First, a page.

In this article, I’m going to compare these two phones in a number of ways, and in the process you will hopefully get a better idea of which phone will suit you better. Let’s jump right in.


    Both the iPhone 6 and Galaxy S6 are beautiful devices. Indeed, they both seem to draw on similar design motifs (I doubt that was an accident on Samsung’s part). The main difference between each is that the S6 uses a glass back, not unlike the iPhone 4 or 4S, while the 6 is encased in aluminum. Your mileage may vary, but some might not like the smudges and potential for shattering associated with the S6’s glass backing.
    All in all though, the 6 is far more of a departure from previous designs than the S6 is. Comparing it to the iPhone 5S, the 6 is nearly unrecognizable, whereas the S6 looks very much like previous iterations when looking at it head on. That’s not a bad thing though, as there was nothing inherently wrong with Samsung’s design. They just had to spruce it up a bit with higher quality materials, which they accomplished with the S6.
    Each device has a prominent home button that comes equipped with an advanced fingerprint scanner (Samsung greatly improved upon the technology used in the S5’s home button). While many won’t like how much space they take up, there’s no denying how useful they are.
    The Galaxy S6 also comes in another variant, dubbed the S6 “Edge.” The only difference is that he screen bends around the sides of the device’s chassis, giving it a sleeker and more unique look. There isn’t much practical use for it yet, but it sure does look amazing (though it will set you back another $100).
    What’s funny about the designs of these phones is that both Apple and Samsung seem to have pulled a page out of each other’s books. Apple increased the screen size of their device, while Samsung improved upon build quality. Both were trying to address perceived deficiencies, and I think that they each accomplished what they set out to do in that department.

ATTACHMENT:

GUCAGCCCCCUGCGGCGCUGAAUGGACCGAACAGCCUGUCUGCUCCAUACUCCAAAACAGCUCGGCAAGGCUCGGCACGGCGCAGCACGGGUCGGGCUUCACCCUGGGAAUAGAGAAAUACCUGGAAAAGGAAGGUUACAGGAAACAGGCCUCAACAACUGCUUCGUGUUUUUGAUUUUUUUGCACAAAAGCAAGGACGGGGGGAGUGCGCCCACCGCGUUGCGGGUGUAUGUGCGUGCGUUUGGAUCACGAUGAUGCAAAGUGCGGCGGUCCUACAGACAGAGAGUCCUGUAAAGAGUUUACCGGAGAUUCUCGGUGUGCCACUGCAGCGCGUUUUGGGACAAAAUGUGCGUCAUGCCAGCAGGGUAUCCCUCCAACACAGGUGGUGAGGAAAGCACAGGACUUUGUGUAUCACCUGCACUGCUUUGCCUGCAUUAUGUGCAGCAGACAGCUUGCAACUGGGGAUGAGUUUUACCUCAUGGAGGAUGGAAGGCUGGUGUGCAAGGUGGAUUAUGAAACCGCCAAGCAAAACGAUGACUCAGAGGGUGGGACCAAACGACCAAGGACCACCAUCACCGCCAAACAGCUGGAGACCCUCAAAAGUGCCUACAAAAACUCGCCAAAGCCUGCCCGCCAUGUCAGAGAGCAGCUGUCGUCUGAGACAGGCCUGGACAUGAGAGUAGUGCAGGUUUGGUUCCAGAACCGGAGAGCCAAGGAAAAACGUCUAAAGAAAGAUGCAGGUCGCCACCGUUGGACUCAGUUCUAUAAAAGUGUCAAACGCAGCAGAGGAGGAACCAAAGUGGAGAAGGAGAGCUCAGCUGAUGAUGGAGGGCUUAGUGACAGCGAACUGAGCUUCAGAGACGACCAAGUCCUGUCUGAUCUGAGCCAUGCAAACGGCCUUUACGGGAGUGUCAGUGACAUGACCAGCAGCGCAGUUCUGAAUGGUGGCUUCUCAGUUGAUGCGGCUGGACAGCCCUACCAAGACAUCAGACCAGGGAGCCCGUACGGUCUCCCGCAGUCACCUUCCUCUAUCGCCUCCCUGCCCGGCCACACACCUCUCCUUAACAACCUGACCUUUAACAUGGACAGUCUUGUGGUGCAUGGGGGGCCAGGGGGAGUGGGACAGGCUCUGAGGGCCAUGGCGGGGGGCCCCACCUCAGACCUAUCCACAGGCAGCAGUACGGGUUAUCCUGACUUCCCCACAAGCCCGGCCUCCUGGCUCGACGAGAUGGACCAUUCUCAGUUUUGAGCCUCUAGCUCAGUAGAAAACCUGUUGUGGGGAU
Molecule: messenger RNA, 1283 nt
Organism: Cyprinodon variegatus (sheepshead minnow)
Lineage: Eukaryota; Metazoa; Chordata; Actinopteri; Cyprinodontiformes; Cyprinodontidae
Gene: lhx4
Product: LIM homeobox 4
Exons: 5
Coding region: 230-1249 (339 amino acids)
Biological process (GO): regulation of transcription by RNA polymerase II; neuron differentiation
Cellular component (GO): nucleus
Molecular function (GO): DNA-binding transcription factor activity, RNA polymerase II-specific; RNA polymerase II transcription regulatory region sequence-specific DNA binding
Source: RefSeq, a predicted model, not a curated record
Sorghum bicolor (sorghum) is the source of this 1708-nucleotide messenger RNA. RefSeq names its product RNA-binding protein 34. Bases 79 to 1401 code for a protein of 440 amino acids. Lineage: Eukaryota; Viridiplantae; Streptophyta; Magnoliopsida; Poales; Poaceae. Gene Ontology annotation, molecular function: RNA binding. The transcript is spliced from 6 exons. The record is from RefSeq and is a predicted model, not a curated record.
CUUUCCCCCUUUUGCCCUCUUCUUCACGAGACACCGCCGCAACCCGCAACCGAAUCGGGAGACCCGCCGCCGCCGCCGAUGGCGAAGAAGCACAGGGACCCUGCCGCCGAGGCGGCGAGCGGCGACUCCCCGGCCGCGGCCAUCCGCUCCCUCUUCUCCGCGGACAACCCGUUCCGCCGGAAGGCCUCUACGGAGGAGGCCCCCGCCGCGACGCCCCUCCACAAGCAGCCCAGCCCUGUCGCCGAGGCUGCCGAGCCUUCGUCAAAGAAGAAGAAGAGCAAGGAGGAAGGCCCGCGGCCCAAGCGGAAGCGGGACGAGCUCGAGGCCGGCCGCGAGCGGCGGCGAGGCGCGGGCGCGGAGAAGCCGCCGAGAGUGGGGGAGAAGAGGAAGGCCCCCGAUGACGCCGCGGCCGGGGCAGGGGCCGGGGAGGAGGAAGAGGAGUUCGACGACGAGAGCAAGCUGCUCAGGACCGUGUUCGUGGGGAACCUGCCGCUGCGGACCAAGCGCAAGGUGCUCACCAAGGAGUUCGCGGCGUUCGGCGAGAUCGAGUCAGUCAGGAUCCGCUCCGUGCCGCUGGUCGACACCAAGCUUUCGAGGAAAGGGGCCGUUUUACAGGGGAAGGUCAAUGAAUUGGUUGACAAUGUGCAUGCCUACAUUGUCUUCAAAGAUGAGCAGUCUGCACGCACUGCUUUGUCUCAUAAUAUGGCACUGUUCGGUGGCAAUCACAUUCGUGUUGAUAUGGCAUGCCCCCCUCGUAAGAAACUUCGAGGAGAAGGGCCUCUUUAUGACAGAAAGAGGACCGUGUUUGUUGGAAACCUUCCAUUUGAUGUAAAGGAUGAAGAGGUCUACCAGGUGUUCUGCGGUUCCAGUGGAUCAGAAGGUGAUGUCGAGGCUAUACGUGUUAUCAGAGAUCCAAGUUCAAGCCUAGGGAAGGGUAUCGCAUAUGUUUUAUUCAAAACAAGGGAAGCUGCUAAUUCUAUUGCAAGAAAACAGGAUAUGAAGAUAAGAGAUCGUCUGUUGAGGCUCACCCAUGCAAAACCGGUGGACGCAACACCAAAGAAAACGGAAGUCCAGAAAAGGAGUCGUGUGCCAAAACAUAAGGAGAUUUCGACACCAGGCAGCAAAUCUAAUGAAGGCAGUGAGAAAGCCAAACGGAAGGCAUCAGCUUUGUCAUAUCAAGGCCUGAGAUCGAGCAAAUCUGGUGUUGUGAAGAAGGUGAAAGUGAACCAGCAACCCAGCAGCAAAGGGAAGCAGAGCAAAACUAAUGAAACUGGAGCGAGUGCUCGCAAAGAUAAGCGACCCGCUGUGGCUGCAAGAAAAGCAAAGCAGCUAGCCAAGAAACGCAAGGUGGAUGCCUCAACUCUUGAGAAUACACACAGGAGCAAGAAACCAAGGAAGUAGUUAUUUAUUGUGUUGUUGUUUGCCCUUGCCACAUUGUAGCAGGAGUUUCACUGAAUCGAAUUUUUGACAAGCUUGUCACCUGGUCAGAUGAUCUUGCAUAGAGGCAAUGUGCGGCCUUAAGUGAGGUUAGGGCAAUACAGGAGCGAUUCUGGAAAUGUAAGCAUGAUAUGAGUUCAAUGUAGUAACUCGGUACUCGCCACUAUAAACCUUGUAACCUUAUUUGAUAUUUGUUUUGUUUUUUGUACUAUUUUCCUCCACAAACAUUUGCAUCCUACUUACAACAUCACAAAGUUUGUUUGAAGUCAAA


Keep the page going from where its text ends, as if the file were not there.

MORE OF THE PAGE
Both phones are fairly similar in size. The S6 is slightly larger, but it also comes with a bigger screen (5.1″ vs 4.7″ on the iPhone). The iPhone is a tiny bit thinner than the S6, not including the camera bulge on either one.
    Either way, you shouldn’t have too much of a problem carrying either phone around in your pocket or purse. Additionally, the screens on each phone are large enough for pretty much anything you would want to do, including reading and watching videos.


    The displays on each phone are magnificent, though the Galaxy S6 just might “edge” the iPhone out in this department. Not only is it slightly larger, but its resolution is much better. We’re talking 2560 x 1440 pixels for the S6’s screen versus a mere 1334 x 750 pixels for the iPhone 6. Having played around with both, there’s not really as much of a difference as the numbers would suggest. But there is a difference. The flip side to this is that having a lower resolution means the iPhone 6 won’t have to work as hard to power certain apps and games, which might mean greater battery life and overall longevity down the road.


    I won’t get too technical on you here, as numbers really don’t tell you much when it comes to smartphone performance. Here are the essentials: the S6 comes with an eight-core processor and 3GB of ram, while the iPhone 6 comes with a dual-core processor and 1GB of ram. The S6 wins handily in certain benchmarks like Geekbench 3, but falls short in tests that measure browser speed. When it comes to the actual fluidity of the device, and overall user experience, the iPhone wins out (though just barely).
    Samsung’s TouchWiz software continues to hold back the S6, as despite its powerful hardware it suffers from the occasional stutter or freeze that you won’t find on an iPhone. They do deserve some credit though, as the S6 runs far smoother than previous Galaxy S phones.
    That said, power users should probably opt for the Galaxy S6. If you are tech savvy, you’ll be able to find ways to get the most out of that device’s impressive technical capabilities. Though the iPhone might “feel” smoother, it’s still outclassed from a hardware perspective.